Through discourses of gender and race both Du Bois s concept of the Veil and Hirschmann s social constructions elaborate

the tensions of realizing freedom within the context of a white patriarchal society. External factors of repression such as the terrors of the Ku-Klux Klan (Du Bois, p.40) and the non-intervention of law-enforcement in domestic violence cases respectively constrain the opportunities for self-realization and emancipation such as the ideal of book-learning (Du Bois, p. 41) and the space offered by shelters for emotional, psychological and discursive sustenance (Hirschmann, p.135). Battered women, in order to challenge the socially constructed values, institutions and hierarchy that implicitly support the abuser, also must shift their self-understanding and worldview from victimhood to purposive empowerment, where they are able, within a protected space, to redefine their gendered experiences. Similarly, African Americans must overcome their ignorance that is perpetuated by white hegemony (the Veil) and educate themselves as workers and thinkers towards a common human solidarity. While transcending the Veil to achieve this ideal Du Bois ignores how his educational model reproduces the dominant American class structure within the Black community and internalizes the higher culture ideology of individualism. Hirschmann s account compellingly resuscitates individual freedom, especially the fissures between negative and positive liberty, with social constructivism as external and inner mediators on choice, but misses out on the social construction of liberty entirely. 1. Ideology and materiality a. Legal mechanisms that legitimate patriarchal power b. Ideological misrepresentation i. Gendered experiences within social support structures c. The Veil and ideology 2. External factors and intrapsychical effects a. Hirschmann and internalization i. Social meaning of men and women ii. Patriarchical values 1. Masculinity 2. Encoded oppressions within worldview iii. Shelter and support prejudices iv. Subjectivity and discourse b. Du Bois and double consciousness i. Social meaning of being black and American 1. Black 2. American 3. Class/educational position ii. Outer social response iii. Cultural effects iv. Subjectivity and discourse 3. Discourse and a. Economic and educational effects i. Problem of dependency ii. Problem of ignorance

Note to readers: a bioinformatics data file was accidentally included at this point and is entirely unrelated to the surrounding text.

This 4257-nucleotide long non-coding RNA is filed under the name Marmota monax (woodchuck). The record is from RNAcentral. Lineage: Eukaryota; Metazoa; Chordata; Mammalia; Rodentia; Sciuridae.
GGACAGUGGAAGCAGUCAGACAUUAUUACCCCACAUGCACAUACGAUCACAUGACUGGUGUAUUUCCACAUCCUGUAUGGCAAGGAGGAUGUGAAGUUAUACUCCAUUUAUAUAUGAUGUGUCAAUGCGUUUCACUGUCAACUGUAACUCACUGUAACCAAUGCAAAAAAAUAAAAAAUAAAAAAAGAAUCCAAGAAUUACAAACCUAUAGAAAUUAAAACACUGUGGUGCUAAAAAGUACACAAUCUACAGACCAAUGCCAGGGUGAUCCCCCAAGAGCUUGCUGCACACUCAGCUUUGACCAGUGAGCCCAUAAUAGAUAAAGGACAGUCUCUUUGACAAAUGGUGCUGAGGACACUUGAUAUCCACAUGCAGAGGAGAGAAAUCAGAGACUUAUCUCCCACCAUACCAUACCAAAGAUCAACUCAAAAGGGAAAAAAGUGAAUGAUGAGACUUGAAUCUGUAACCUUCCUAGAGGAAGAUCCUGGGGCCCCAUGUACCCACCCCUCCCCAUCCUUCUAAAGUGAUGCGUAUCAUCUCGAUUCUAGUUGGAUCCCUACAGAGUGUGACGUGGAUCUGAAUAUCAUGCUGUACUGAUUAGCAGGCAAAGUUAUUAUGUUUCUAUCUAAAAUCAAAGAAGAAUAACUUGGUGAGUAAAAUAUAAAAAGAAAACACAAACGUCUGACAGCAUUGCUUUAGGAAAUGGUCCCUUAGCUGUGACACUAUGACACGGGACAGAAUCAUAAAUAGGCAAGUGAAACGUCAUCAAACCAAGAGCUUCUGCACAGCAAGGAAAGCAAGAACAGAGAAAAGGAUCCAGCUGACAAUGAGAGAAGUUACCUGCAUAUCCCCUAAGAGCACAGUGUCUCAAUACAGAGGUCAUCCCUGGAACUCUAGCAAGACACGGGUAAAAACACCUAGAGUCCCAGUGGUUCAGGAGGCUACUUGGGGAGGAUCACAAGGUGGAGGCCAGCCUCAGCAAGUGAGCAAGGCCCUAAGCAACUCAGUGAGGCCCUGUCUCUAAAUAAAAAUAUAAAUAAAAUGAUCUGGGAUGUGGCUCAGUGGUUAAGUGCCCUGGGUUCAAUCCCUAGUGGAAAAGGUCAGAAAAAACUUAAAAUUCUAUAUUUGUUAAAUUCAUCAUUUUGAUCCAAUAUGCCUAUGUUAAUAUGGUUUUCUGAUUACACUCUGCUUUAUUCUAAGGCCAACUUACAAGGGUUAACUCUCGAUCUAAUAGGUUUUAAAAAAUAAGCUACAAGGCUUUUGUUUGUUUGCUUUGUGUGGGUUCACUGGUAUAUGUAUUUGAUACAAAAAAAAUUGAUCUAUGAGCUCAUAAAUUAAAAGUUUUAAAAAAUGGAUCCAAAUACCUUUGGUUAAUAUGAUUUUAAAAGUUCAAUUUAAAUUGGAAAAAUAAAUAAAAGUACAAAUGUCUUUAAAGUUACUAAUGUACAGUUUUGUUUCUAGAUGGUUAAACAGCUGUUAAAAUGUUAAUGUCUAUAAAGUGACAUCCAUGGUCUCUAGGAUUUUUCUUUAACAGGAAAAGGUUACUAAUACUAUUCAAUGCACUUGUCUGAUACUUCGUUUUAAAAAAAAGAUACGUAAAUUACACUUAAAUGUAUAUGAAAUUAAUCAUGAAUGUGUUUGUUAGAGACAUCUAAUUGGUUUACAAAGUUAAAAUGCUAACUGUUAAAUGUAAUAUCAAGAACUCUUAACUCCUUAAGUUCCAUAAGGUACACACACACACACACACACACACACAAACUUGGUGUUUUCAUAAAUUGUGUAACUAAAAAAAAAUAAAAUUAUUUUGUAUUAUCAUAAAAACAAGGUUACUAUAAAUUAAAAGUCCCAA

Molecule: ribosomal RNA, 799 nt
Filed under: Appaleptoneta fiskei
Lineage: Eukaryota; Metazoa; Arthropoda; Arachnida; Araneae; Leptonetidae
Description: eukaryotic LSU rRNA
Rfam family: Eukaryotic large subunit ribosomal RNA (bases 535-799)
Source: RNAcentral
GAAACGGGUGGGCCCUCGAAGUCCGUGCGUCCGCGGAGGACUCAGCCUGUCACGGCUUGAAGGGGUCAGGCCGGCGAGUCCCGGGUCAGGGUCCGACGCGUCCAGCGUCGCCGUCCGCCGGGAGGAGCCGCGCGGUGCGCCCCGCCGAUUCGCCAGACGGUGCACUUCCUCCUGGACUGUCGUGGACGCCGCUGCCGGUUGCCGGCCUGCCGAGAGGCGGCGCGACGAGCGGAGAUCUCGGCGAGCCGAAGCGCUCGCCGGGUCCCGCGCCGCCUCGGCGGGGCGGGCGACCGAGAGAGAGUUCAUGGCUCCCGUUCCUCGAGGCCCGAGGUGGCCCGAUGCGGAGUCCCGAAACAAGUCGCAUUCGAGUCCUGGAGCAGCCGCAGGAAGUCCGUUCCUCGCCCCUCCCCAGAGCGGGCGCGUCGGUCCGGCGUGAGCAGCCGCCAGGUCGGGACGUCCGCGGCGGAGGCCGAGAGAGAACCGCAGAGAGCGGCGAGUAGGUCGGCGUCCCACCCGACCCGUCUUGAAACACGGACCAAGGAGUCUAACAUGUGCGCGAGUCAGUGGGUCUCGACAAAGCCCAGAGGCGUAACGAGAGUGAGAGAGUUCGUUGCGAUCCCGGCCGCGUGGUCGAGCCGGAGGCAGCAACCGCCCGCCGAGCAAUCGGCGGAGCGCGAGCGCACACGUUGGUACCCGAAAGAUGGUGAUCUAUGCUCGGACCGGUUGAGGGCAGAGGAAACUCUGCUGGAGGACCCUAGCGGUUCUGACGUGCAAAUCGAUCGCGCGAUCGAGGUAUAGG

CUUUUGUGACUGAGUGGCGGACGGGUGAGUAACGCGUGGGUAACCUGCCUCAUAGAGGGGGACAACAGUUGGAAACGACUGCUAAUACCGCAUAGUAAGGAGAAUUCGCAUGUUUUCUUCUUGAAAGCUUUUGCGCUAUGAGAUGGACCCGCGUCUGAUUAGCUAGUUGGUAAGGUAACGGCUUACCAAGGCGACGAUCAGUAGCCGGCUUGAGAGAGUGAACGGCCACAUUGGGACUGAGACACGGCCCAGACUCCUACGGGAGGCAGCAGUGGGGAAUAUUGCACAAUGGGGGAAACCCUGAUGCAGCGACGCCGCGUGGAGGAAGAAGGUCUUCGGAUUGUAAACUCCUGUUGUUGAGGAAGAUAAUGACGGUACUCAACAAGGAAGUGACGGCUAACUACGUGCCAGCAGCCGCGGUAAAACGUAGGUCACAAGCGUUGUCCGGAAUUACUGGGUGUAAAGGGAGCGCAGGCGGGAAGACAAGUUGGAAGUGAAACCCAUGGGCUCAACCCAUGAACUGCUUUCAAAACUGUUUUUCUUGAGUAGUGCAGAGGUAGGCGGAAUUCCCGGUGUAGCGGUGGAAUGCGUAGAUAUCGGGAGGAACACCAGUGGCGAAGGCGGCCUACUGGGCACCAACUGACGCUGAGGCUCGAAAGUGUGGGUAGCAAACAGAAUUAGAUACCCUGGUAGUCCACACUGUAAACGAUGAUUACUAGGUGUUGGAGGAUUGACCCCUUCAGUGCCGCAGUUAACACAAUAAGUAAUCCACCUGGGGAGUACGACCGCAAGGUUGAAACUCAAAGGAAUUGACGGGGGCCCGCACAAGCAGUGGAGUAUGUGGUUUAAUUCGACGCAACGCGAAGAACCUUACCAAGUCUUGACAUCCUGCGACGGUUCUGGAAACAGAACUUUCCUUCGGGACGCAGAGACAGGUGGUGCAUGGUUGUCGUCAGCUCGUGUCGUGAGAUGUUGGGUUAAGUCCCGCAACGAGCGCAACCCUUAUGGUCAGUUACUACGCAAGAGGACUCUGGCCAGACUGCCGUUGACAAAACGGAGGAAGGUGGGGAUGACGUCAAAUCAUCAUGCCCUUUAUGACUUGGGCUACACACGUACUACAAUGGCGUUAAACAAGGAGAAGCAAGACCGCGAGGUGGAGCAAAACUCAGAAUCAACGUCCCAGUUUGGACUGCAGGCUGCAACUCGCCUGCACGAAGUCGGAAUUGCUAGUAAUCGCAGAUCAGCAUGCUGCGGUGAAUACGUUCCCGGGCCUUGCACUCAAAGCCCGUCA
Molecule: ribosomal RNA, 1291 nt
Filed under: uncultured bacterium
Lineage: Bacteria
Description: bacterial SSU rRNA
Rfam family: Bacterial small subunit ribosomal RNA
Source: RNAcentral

iii. Education and its guiding role 1. Leadership 2. Moral inspiration iv. Synthesis with shelter space 1.

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